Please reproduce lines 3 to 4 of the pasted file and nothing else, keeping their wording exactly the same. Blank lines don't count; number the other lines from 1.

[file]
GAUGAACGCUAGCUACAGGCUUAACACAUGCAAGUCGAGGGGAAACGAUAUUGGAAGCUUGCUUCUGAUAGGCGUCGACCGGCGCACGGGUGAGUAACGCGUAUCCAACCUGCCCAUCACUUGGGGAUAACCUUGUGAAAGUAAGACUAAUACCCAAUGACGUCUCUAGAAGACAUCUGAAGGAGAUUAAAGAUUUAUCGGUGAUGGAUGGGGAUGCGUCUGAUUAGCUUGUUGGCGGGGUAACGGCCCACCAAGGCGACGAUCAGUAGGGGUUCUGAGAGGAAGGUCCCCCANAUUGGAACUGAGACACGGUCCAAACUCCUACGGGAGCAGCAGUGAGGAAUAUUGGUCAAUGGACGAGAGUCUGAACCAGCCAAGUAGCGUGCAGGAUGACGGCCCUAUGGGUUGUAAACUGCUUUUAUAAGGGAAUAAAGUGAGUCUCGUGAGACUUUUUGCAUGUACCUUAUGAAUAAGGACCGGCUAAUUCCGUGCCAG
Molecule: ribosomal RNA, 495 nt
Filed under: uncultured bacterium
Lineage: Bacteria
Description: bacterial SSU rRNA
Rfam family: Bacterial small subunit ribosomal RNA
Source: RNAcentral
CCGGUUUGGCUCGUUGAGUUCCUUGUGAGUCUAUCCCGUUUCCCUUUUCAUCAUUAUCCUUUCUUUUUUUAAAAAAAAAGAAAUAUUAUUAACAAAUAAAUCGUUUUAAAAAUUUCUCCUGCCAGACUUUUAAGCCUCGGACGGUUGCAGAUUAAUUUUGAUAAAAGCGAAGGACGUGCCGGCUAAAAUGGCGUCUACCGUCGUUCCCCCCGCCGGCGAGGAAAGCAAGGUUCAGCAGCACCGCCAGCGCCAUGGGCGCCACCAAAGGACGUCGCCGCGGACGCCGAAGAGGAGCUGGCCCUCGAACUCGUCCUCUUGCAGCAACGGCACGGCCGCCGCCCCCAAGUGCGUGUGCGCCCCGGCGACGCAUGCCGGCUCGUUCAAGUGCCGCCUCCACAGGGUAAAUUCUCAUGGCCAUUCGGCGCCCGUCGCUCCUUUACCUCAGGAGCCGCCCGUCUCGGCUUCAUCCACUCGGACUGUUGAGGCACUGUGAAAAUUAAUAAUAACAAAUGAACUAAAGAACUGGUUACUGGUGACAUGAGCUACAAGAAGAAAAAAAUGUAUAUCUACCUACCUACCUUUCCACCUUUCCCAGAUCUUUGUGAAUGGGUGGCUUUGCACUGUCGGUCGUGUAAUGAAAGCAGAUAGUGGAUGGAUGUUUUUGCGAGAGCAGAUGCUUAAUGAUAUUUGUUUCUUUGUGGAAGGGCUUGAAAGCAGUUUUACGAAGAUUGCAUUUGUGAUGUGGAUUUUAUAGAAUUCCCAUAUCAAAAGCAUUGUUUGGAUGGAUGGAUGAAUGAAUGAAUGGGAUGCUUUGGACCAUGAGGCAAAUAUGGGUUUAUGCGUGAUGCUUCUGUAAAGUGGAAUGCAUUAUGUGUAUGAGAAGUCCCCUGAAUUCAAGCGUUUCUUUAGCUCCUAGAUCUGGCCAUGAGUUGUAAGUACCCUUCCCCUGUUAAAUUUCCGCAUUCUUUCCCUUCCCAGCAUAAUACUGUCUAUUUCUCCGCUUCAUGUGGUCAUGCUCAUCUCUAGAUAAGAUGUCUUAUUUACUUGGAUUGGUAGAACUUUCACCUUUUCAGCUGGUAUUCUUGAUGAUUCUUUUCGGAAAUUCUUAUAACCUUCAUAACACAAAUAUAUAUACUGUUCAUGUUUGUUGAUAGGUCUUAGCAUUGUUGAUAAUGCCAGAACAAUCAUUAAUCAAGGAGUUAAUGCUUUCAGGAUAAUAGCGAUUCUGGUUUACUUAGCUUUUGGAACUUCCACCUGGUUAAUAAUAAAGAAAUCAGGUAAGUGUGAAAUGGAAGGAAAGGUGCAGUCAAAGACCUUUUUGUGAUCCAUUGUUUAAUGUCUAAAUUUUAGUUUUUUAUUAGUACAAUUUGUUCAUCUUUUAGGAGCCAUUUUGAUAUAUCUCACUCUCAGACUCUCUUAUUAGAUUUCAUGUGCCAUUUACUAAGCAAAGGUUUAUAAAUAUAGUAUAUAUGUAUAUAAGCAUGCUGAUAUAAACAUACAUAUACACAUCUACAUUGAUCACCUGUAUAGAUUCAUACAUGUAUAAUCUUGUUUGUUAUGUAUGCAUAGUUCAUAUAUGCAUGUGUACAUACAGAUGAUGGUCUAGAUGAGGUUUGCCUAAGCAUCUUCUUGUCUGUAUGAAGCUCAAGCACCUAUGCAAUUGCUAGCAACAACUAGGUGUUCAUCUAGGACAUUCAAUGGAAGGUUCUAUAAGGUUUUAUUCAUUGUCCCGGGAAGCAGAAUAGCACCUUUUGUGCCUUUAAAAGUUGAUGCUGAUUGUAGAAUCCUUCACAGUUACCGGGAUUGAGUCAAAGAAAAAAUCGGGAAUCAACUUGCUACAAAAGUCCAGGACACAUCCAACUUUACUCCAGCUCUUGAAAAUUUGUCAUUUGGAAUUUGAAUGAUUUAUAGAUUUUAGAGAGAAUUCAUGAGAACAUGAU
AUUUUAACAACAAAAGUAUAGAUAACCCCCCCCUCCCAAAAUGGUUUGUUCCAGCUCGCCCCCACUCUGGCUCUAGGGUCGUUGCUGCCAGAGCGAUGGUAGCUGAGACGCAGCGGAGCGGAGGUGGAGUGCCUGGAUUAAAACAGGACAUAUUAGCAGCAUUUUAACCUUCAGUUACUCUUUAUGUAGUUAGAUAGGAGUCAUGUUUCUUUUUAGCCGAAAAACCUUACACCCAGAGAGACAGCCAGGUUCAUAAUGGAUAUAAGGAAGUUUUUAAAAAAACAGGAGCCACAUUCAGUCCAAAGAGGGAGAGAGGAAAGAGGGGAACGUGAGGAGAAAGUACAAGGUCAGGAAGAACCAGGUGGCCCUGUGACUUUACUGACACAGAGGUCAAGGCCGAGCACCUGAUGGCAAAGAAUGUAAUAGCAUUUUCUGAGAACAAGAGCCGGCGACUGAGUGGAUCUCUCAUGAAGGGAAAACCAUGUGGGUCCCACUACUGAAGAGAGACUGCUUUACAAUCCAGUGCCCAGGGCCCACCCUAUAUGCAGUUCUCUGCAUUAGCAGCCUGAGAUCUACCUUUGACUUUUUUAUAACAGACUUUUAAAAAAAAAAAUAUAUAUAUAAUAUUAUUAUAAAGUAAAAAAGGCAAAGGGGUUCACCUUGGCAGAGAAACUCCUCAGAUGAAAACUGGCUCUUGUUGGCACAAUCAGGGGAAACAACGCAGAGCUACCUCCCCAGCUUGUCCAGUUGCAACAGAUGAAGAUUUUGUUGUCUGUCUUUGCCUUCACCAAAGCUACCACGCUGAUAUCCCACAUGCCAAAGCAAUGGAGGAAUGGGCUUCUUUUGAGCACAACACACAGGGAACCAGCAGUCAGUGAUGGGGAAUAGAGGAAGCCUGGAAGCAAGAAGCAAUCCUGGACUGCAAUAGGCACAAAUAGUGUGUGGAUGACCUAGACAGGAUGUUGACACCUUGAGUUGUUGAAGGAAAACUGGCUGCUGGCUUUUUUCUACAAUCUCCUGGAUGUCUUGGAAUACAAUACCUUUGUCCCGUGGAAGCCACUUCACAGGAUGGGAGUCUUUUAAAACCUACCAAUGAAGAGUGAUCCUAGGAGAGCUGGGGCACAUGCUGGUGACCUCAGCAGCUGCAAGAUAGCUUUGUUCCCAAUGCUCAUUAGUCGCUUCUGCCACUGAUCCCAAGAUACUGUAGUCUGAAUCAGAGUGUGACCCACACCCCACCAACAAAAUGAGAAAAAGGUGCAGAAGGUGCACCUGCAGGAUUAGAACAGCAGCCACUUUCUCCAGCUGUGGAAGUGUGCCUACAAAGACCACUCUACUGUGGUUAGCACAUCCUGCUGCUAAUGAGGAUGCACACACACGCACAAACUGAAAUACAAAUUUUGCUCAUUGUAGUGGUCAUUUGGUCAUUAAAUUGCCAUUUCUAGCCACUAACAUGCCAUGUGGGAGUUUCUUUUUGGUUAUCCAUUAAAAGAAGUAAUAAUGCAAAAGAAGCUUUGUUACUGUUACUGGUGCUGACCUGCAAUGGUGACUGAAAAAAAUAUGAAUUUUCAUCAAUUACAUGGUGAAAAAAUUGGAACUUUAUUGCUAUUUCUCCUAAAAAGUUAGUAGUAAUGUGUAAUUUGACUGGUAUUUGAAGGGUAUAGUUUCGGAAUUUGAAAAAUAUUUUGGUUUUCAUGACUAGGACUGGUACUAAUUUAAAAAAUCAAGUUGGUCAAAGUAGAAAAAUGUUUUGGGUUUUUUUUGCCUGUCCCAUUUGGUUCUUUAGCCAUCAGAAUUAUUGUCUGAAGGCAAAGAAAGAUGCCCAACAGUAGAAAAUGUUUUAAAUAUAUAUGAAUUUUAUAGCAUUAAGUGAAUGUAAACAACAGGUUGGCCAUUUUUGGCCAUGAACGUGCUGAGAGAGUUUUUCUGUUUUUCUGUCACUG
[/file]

Filed under: uncultured bacterium
Lineage: Bacteria